Tang Shipwreck, The: Art And Exchange In The 9th Century

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From Select Books: A new book on the Belitung Shipwreck and its cargo which is now largely held and displayed in Singapore’s Asian Civilisations Museum.

Tang Shipwreck, The: Art And Exchange In The 9th Century

This book tells the story and presents the objects found on the Tang Shipwreck, discovered off Belitung Island in Indonesia in 1998, and now housed at the Asian Civilisations Museum in Singapore. It is one of the most significant archaeological discoveries of recent times. Found at the site was a remarkable cargo of some 60,000 Chinese ceramics dating from the Tang dynasty (618-907), along with finely wrought gold and silver objects, bronze mirrors, and more ordinary objects belonging to the crew. The ten essays in this profusely illustrated volume discuss the ceramics and other commodities on board, the ship’s construction and possible origin, China’s maritime trade in the Tang period, Chinese ceramic production, ports of call in Asia and Southeast Asia, and life on board the ship.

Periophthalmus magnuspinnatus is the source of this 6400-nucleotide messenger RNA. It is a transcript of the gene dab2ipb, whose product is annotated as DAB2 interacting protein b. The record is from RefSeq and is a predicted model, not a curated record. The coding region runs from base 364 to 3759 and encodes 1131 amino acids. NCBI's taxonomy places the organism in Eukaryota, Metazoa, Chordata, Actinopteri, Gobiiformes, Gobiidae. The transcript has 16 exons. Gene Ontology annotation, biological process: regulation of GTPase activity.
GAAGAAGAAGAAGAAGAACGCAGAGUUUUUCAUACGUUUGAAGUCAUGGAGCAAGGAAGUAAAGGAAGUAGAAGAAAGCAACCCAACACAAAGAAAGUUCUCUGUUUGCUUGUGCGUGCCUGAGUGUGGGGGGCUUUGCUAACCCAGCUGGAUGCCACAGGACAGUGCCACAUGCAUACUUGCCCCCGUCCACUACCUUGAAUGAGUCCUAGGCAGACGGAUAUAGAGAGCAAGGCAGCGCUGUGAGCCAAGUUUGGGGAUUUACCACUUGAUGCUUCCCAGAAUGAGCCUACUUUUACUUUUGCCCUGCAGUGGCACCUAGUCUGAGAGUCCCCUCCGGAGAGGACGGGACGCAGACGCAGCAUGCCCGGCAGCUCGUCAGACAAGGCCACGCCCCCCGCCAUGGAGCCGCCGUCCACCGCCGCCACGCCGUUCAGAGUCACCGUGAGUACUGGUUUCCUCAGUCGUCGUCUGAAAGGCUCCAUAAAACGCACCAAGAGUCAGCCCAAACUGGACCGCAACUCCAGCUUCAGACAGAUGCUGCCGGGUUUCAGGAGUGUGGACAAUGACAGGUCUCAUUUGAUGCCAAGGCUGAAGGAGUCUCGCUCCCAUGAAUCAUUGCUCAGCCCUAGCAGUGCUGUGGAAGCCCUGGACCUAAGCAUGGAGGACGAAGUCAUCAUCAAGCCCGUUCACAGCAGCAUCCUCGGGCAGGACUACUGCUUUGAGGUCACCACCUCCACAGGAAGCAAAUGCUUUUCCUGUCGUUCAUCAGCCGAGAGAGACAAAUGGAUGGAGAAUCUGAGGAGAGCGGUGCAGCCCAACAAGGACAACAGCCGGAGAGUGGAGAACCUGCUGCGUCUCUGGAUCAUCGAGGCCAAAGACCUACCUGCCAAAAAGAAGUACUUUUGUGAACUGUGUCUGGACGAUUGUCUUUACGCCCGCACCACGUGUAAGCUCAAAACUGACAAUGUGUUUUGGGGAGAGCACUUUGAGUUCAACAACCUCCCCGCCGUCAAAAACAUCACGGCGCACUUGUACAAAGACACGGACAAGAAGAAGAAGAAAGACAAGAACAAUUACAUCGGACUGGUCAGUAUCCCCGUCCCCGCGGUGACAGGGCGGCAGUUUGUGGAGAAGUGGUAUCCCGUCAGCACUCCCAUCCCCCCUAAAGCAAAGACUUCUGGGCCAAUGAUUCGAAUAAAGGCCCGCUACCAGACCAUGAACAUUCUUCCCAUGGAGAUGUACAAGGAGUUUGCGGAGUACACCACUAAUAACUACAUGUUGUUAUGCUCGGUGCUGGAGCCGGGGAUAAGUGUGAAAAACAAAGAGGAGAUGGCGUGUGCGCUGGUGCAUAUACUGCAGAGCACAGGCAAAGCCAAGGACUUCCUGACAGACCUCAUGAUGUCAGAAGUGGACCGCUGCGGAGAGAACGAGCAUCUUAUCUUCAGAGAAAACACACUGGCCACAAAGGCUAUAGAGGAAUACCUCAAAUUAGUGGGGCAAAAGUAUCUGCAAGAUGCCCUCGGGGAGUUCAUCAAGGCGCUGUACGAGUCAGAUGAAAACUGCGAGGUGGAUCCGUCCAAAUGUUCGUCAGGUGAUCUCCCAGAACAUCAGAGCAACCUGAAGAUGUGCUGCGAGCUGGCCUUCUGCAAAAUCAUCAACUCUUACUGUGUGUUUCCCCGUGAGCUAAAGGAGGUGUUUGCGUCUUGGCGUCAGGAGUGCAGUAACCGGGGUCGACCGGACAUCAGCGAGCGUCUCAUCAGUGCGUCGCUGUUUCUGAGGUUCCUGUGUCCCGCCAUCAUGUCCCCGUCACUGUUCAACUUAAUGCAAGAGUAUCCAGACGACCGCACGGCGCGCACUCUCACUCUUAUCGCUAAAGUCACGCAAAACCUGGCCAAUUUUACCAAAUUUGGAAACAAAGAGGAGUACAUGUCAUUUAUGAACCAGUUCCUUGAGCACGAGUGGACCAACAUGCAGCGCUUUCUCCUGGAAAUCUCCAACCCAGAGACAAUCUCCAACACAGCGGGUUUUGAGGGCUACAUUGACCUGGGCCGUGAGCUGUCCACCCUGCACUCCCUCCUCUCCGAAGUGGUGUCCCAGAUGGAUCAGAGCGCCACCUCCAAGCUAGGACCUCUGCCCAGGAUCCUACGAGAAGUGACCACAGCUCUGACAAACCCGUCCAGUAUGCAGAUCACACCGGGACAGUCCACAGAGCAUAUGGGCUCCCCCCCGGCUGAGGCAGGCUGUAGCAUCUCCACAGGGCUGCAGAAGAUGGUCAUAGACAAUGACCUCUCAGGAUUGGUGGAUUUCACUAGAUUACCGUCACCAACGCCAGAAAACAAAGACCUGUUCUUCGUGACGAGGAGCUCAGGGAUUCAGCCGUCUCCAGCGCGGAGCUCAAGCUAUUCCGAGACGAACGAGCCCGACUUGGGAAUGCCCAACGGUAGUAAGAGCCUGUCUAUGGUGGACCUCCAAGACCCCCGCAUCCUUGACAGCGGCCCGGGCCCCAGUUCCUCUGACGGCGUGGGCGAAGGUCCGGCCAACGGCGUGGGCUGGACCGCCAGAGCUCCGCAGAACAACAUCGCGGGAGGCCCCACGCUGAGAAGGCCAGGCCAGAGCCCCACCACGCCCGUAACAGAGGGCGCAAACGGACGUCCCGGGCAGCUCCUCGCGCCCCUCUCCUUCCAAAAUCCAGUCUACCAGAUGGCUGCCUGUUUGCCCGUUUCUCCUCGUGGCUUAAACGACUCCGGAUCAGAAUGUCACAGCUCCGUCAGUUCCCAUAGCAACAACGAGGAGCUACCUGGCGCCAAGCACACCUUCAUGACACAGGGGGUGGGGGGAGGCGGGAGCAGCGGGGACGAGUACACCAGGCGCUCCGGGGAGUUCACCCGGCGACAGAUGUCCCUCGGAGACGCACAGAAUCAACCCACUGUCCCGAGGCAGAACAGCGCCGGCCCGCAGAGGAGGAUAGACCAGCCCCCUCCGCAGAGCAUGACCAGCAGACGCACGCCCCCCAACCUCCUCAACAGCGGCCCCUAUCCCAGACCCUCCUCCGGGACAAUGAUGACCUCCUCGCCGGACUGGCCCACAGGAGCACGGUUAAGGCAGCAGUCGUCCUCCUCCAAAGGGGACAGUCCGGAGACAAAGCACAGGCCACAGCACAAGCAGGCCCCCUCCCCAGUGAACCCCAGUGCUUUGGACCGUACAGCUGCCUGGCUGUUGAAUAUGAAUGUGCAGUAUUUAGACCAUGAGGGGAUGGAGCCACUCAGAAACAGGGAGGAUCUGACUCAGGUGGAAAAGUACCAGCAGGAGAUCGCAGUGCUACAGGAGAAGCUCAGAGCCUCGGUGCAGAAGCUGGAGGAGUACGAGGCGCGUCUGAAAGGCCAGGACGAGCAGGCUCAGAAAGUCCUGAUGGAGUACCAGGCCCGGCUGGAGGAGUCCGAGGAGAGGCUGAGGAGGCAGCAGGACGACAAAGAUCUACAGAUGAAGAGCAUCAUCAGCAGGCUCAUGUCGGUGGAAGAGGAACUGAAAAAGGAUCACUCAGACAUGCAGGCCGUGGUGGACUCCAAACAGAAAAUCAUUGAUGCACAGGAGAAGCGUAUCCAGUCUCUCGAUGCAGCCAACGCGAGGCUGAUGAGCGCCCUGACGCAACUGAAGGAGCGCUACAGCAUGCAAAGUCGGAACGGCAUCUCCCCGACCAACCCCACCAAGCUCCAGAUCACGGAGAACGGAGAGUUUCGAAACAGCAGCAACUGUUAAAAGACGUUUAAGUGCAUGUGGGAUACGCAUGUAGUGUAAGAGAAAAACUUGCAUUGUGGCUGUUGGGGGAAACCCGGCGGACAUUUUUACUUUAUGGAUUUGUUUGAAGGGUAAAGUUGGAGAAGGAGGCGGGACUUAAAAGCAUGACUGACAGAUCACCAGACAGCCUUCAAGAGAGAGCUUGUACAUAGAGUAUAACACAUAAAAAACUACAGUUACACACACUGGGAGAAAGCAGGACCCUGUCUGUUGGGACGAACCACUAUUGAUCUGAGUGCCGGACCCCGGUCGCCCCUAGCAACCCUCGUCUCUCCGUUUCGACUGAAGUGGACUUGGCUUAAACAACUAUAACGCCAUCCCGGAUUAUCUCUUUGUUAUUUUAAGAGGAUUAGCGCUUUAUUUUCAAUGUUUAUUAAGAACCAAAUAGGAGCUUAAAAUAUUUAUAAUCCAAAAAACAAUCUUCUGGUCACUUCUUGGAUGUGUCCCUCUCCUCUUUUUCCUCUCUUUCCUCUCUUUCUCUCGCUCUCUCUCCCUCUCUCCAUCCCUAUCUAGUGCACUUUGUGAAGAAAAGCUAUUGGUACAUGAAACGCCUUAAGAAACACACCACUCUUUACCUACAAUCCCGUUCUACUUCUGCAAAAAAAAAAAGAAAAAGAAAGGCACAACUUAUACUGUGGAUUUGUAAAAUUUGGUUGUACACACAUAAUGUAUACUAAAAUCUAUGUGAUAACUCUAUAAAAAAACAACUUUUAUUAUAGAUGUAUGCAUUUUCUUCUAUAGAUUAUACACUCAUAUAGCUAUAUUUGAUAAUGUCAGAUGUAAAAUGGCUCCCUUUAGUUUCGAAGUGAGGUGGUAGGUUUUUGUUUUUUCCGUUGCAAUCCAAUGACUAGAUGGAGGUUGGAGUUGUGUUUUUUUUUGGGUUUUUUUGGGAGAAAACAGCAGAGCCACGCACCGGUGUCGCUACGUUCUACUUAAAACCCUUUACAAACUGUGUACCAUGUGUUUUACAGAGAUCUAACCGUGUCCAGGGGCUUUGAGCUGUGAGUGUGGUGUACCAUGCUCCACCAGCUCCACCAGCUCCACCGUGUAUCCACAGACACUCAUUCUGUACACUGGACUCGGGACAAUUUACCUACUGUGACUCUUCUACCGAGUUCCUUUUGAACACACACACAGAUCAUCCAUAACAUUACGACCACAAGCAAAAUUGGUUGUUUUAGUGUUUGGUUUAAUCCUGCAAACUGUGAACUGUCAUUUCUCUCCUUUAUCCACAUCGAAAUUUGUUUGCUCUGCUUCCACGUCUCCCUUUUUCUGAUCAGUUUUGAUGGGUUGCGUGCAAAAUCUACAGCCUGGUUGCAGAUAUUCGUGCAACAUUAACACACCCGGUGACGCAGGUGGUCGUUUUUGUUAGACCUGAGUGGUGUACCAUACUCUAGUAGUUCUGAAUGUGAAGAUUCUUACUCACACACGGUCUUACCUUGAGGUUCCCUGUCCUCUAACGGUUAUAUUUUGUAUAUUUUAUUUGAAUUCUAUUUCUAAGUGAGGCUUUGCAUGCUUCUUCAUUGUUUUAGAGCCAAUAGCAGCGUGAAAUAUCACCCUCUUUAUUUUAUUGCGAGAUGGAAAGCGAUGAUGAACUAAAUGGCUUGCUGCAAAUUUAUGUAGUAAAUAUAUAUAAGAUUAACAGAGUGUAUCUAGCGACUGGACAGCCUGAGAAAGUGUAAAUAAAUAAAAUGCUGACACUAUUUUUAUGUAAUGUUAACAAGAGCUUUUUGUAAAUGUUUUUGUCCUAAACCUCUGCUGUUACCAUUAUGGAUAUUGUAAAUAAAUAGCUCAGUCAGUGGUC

Source: Tang Shipwreck, The: Art And Exchange In The 9Th Century (Select Books: The Asian Book Specialist – Bookseller, Publisher and Distributor)

Sunken treasure cheer turns sour


14 May 2006 (The Electric New Paper) – Legal battle between a German treasure-hunter and his German agent, both based in Singapore. Tilman Walterfang recovered a huge cache of Chinese Tang Dynasty artefacts dating 1,200 years in from “the waters between Malaysian and Borneo” (apparently off an Indonesian island). The artefacts have been sold to Singapore’s Sentosa Corp. The legal battle aside, the sale of sunken “treasure” is indicative of the extremely low legislative and academic support of archaeology in the region.

Sunken treasure turns sour

Mr Walterfang went in search of the treasure off the Indonesian island of Belitung between Borneo and Sumatra when he first heard of the ancient treasure from fishermen.

What he discovered on the seabed was tens of thousands of Chinese Tang dynasty artefacts dating back about 1,200 years.

It was enough for Mr Walterfang to quit his job in Germany .

In Indonesia, he and his partner, Mr Matthias Draeger, spent millions of dollars to salvage the treasure.

Seven years after their astounding discovery, they sold the treasure to Singapore’s Sentosa Leisure Group for what is understood to be about US$32 million ($50m) last year.

Related Books:

Shipwrecks and Sunken Treasure in Southeast Asia by T. Wells